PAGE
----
The heat is on. Summer is bearing down on us, and it’s bound to stick around for a while. As you’re in and out of buildings day-to-day, could a five minute building pressure test provide the answer your customer has been longing for?
All buildings unintentionally operate under some level of positive or negative pressure. These pressures are usually caused by a defective duct system. Complaints from building pressure problems include indoor humidity issues when the fan runs, and systems that work in the cool of the morning but will not cool the building in the afternoon.
Ideally, most buildings should have a positive pressure of about 0.02-in. w.c. To ensure positive building pressures, normally we have to introduce fresh or outside air into the system. This pressurizes the building, because if a 1,200 cfm fan returns 200 cfm through an outside air duct, it can only pull 1,000 cfm from the building. Meanwhile, the supply side of the fan is delivering the full 1,200 cfm. This leaves 1,000 cfm return and 1,200 cfm supply, causing a 200 cfm positive pressure in the building. With more supply air than return air in the building, the building is under a positive pressure.
This pressure condition can be designed, but to be sure it actually happens requires air diagnostic testing. However, it’s hard to say how great the positive pressure reading in the building will be. It depends on how tight (or leaky) the envelope of the building is, and what other pressure generating forces exist, including the wind, appliances, exhaust fans, and the stack effect of the building.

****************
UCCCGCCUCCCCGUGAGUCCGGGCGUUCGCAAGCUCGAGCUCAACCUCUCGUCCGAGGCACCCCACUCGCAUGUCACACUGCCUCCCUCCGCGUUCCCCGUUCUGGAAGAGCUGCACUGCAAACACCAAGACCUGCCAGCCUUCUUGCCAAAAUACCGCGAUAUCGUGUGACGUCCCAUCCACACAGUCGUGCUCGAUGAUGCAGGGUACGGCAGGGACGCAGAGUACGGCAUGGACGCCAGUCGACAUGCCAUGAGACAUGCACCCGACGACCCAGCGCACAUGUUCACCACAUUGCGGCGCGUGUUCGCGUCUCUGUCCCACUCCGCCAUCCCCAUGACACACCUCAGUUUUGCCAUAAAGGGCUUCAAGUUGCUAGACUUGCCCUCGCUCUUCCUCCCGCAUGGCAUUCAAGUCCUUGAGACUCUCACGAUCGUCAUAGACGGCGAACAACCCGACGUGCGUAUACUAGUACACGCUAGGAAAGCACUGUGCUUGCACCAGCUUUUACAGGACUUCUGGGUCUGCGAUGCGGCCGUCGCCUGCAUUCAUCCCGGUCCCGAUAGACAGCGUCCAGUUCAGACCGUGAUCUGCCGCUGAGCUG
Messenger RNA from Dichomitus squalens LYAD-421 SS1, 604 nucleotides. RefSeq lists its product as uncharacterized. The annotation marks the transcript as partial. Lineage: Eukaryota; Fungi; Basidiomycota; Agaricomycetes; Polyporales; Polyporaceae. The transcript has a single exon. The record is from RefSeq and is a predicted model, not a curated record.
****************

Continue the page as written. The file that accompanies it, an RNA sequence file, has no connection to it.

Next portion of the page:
Because pressures are invisible and variable, we must measure them to understand their effect on a building. In addition to the overall building pressure, pressure measurements can be taken between rooms in the building to further identify the effect of the HVAC system on the performance of a building.
Room To Room Pressures
Pressures between rooms are a different issue than the overall pressure of a building, although they’re often related. Measuring pressure between rooms will reveal pressure imbalances that may have a significant impact on the comfort and air quality in the rooms.
For example, a room with an extremely negative pressure will be drawing in outside air through leaky doors and windows. A room with too much positive pressure will be forcing conditioned air out of the building, leaving and uncomfortable room.
Rooms with a negative pressure containing combustion appliances may result in serious injury or even death due to carbon monoxide poisoning. It pays to measure room pressures.
All pressure balancing requires a differential pressure measurement instrument. The manometers we use all have two pressure ports; a manometer reads the difference between the pressures exerted on either of the pressure ports on the tool. We use hoses to channel the pressures from a duct or a room into each of the ports on a manometer.
Readings are often expressed using the term “With Reference To” (WRT), such as, "The mechanical room pressure was -0.05-in. w.c. WRT the outside of the building, because of the large kitchen exhaust fan located in the neighboring room."
When measuring room pressures, it would be common to have the bathroom 0.03-in. negative to the living room because of the suction of a strong exhaust fan in the bath area.